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The environment ministry is likely to defend its decision to have a truncated National Board for Wildlife by a technical interpretation of the law before the Supreme Court.
The government is likely to claim that while the law requires a full 47-member National Board for Wildlife, it does not set down a quorum for the meeting of the board's standing committee when it clears projects, according to sources.
"This is a policy decision taken by the Centre to expedite environmental clearances to projects of national interest which were affected for a year due to non-formation of the board," a ministry official said.
On July 22 the Centre had partly reconstituted the National Board for Wildlife with three non-government members instead of the mandatory 15. The board's standing committee, which appraises all projects falling within protected wildlife areas or within 10 km of them, was also formed with these three members.
The board is the apex body under the Wildlife Protection Act, 1972, to review and approve projects in and around national parks and sanctuaries.
On August 12 and 13, the standing committee chaired by Union Environment Minister Prakash Javadekar met and gave its nod to around 130 projects. However, on August 25, the Supreme Court ordered the Centre to put on hold the decisions taken by the board as it had noted that the nomination of board members was not done in consonance with the provisions of the Wildlife Protection Act.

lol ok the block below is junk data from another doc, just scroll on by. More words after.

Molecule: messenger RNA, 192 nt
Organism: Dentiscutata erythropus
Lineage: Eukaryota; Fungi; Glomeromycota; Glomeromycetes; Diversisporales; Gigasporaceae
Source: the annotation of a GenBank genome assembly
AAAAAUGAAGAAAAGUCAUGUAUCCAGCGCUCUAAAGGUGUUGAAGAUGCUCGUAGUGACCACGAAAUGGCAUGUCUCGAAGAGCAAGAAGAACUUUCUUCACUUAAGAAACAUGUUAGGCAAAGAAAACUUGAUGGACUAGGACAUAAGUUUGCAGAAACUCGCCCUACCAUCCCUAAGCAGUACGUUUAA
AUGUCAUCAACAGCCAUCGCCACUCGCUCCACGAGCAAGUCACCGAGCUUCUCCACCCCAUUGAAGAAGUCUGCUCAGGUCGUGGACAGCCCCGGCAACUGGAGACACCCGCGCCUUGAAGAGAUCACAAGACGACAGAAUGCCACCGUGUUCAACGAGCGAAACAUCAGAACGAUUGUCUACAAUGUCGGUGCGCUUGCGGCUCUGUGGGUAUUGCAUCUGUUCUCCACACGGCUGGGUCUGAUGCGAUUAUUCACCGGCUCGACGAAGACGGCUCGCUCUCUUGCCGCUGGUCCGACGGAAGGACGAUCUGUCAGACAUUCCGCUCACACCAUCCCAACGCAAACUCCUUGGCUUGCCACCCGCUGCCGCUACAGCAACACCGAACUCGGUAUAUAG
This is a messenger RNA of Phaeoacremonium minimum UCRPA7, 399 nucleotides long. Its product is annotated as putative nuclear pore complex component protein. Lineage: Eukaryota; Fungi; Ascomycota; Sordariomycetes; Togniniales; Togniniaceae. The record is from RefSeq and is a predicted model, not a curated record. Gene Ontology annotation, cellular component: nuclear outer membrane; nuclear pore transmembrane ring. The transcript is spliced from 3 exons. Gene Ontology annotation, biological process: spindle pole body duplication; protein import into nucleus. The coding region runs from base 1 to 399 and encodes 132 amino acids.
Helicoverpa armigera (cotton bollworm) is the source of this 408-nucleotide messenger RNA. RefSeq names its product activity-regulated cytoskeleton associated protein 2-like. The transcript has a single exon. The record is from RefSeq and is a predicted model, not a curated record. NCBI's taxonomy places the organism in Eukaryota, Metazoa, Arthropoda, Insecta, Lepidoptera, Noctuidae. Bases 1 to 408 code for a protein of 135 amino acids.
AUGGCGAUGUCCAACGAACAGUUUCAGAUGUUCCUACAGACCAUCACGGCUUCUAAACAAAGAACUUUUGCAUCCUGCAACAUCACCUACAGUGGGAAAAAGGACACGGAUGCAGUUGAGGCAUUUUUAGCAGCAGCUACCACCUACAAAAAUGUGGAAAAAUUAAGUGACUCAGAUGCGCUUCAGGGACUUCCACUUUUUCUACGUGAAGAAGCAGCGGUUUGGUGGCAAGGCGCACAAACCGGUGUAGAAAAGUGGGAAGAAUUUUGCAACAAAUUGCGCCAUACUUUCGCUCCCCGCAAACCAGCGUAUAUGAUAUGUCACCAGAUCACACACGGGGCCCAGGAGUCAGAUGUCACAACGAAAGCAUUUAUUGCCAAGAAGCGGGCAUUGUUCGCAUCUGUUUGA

The official quoted above said the Centre had already initiated the process of constituting a full board. "The priority was to come up with a standing committee which operates on the same lines as the board and accords clearances. The standing committee could have met at least thrice in the past year but the process of reconstitution was held back due to the general elections," said the official. Official estimates showed that 233 projects were pending for approval with the National Board for Wildlife during the past year.
According to the Wildlife Protection Act, the board headed by the Prime Minister should have 47 members, including 15 non-government members, 19 ex-officio members and 10 government officials. But the law does not specify the formation of the standing committee of the board. The rules under the wildlife law allow the board to take decisions with half the members but are silent about the standing committee.
"The quorum for the transaction of business at a meeting of the board shall be one-half of the total number of members," the rule states.
Though the board usually meets once a year, its standing committee meets regularly to appraise pending projects and has all the powers of the board in taking decisions. The standing committee is headed by the Union environment minister.
Javadekar had told reporters on Tuesday that the ministry would provide a status report to the court after reading the detailed order. He, however, said the decision to clear projects was taken by a meeting of the standing committee which was authorised to do so. The next hearing is likely to take place within two weeks.